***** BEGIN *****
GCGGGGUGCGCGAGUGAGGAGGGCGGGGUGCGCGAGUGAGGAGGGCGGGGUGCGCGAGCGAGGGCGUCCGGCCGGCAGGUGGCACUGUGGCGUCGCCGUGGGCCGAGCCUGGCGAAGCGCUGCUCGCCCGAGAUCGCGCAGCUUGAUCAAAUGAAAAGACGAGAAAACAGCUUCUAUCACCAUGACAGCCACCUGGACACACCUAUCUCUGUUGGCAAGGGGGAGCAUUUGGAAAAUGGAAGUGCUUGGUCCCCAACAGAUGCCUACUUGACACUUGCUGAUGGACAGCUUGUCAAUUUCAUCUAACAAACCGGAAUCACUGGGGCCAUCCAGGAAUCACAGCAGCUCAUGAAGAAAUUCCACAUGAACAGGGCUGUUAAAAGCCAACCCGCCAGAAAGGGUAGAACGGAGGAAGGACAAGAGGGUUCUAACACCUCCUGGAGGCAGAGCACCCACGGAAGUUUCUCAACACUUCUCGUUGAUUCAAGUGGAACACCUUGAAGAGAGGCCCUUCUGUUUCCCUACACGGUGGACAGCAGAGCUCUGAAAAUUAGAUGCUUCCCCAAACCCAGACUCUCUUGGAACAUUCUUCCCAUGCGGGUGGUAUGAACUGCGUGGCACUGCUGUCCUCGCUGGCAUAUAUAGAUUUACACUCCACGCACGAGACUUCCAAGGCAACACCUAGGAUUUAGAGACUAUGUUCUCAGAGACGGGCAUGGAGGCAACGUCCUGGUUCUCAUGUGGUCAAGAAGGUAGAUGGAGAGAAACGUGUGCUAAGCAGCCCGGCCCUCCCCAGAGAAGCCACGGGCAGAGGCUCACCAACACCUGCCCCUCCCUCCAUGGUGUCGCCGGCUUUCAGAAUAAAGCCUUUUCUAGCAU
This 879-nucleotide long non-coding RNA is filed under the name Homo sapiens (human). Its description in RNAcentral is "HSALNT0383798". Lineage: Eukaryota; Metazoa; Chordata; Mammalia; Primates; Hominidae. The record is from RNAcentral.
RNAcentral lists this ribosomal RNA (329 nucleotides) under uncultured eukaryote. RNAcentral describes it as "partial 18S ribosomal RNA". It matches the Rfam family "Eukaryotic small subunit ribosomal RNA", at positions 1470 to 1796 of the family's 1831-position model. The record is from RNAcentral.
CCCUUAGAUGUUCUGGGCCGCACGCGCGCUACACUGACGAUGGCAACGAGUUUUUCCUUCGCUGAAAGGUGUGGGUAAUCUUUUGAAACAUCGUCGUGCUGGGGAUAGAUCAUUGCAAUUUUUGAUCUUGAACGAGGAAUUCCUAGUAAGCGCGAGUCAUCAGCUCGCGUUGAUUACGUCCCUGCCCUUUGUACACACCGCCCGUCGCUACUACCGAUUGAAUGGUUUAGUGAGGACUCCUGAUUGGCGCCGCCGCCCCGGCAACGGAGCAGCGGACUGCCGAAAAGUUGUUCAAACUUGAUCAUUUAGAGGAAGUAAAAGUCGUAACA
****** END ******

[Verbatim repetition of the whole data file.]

GCGGGGUGCGCGAGUGAGGAGGGCGGGGUGCGCGAGUGAGGAGGGCGGGGUGCGCGAGCGAGGGCGUCCGGCCGGCAGGUGGCACUGUGGCGUCGCCGUGGGCCGAGCCUGGCGAAGCGCUGCUCGCCCGAGAUCGCGCAGCUUGAUCAAAUGAAAAGACGAGAAAACAGCUUCUAUCACCAUGACAGCCACCUGGACACACCUAUCUCUGUUGGCAAGGGGGAGCAUUUGGAAAAUGGAAGUGCUUGGUCCCCAACAGAUGCCUACUUGACACUUGCUGAUGGACAGCUUGUCAAUUUCAUCUAACAAACCGGAAUCACUGGGGCCAUCCAGGAAUCACAGCAGCUCAUGAAGAAAUUCCACAUGAACAGGGCUGUUAAAAGCCAACCCGCCAGAAAGGGUAGAACGGAGGAAGGACAAGAGGGUUCUAACACCUCCUGGAGGCAGAGCACCCACGGAAGUUUCUCAACACUUCUCGUUGAUUCAAGUGGAACACCUUGAAGAGAGGCCCUUCUGUUUCCCUACACGGUGGACAGCAGAGCUCUGAAAAUUAGAUGCUUCCCCAAACCCAGACUCUCUUGGAACAUUCUUCCCAUGCGGGUGGUAUGAACUGCGUGGCACUGCUGUCCUCGCUGGCAUAUAUAGAUUUACACUCCACGCACGAGACUUCCAAGGCAACACCUAGGAUUUAGAGACUAUGUUCUCAGAGACGGGCAUGGAGGCAACGUCCUGGUUCUCAUGUGGUCAAGAAGGUAGAUGGAGAGAAACGUGUGCUAAGCAGCCCGGCCCUCCCCAGAGAAGCCACGGGCAGAGGCUCACCAACACCUGCCCCUCCCUCCAUGGUGUCGCCGGCUUUCAGAAUAAAGCCUUUUCUAGCAU
This 879-nucleotide long non-coding RNA is filed under the name Homo sapiens (human). Its description in RNAcentral is "HSALNT0383798". Lineage: Eukaryota; Metazoa; Chordata; Mammalia; Primates; Hominidae. The record is from RNAcentral.
RNAcentral lists this ribosomal RNA (329 nucleotides) under uncultured eukaryote. RNAcentral describes it as "partial 18S ribosomal RNA". It matches the Rfam family "Eukaryotic small subunit ribosomal RNA", at positions 1470 to 1796 of the family's 1831-position model. The record is from RNAcentral.
CCCUUAGAUGUUCUGGGCCGCACGCGCGCUACACUGACGAUGGCAACGAGUUUUUCCUUCGCUGAAAGGUGUGGGUAAUCUUUUGAAACAUCGUCGUGCUGGGGAUAGAUCAUUGCAAUUUUUGAUCUUGAACGAGGAAUUCCUAGUAAGCGCGAGUCAUCAGCUCGCGUUGAUUACGUCCCUGCCCUUUGUACACACCGCCCGUCGCUACUACCGAUUGAAUGGUUUAGUGAGGACUCCUGAUUGGCGCCGCCGCCCCGGCAACGGAGCAGCGGACUGCCGAAAAGUUGUUCAAACUUGAUCAUUUAGAGGAAGUAAAAGUCGUAACA